The United States and Cuba will officially reestablish diplomatic relations and reopen embassies on July 20. In doing so, we have turned the page on 50 years of acrimony between our two countries. The Greater Tampa Chamber of Commerce has been an important part of making progress. Thank you. The Obama Administration’s change in policy is intended to empower the Cuban people and support the emergence of a democratic, prosperous and stable Cuba. An embassy in Havana will enable America to effectively promote our interests, protect and assist American citizens traveling to Cuba, and increase engagement with the Cuban people. An embassy is not a gift to a foreign country, but represents a sign that two countries are committed to deepening bilateral relations.
Formal diplomatic ties are especially important to families in Tampa Bay and throughout Florida. Our state policymakers should follow suit to boost student, cultural, religious and business exchanges. I have discussed opening a consulate in Tampa with U.S. State Department and Cuban officials. I am hopeful such discussions will bear fruit, especially with the support of the Greater Tampa Chamber of Commerce and so many leaders in our community who understand the historic ties between Tampa and Havana and the economic opportunities that come with becoming a Gateway to Cuba.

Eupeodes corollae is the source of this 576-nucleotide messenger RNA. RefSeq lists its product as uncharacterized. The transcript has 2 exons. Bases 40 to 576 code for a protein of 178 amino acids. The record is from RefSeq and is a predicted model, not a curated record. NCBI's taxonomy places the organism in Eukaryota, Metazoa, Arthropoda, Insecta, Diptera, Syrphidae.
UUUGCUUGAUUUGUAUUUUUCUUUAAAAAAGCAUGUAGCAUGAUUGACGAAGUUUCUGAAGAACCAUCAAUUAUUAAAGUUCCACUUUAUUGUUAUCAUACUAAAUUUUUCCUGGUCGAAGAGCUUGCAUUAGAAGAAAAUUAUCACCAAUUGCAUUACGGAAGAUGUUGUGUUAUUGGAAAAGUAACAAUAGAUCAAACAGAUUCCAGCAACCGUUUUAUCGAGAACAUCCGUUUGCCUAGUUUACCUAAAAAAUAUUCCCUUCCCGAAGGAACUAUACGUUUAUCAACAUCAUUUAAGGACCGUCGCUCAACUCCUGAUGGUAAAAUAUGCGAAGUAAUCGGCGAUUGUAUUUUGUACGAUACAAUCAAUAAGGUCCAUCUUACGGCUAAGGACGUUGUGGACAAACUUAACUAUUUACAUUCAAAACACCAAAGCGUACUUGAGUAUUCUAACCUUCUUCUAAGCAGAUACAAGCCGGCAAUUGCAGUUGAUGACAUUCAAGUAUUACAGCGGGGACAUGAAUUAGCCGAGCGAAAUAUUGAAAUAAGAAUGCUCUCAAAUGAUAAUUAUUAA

A couple of months ago, I was reminded of our deep, historic roots with Cuba when I met with the former Tampa Cuban Consul, Raul Villamia, 90, to review the history of the Tampa-based consulate, coincidentally at the exact same time that Cuba was officially removed from the U.S. State Sponsor of Terrorism list, which has been cited as a stumbling block for more meaningful engagement between the United States and Cuba. I pledged to him that Tampa Bay would work to return the consulate to Tampa. With the Chamber’s help, we can make it a reality.
Thank you Greater Tampa Chamber of Commerce for seizing the opportunity to lead on engagement and encourage human rights and economic reforms in Cuba.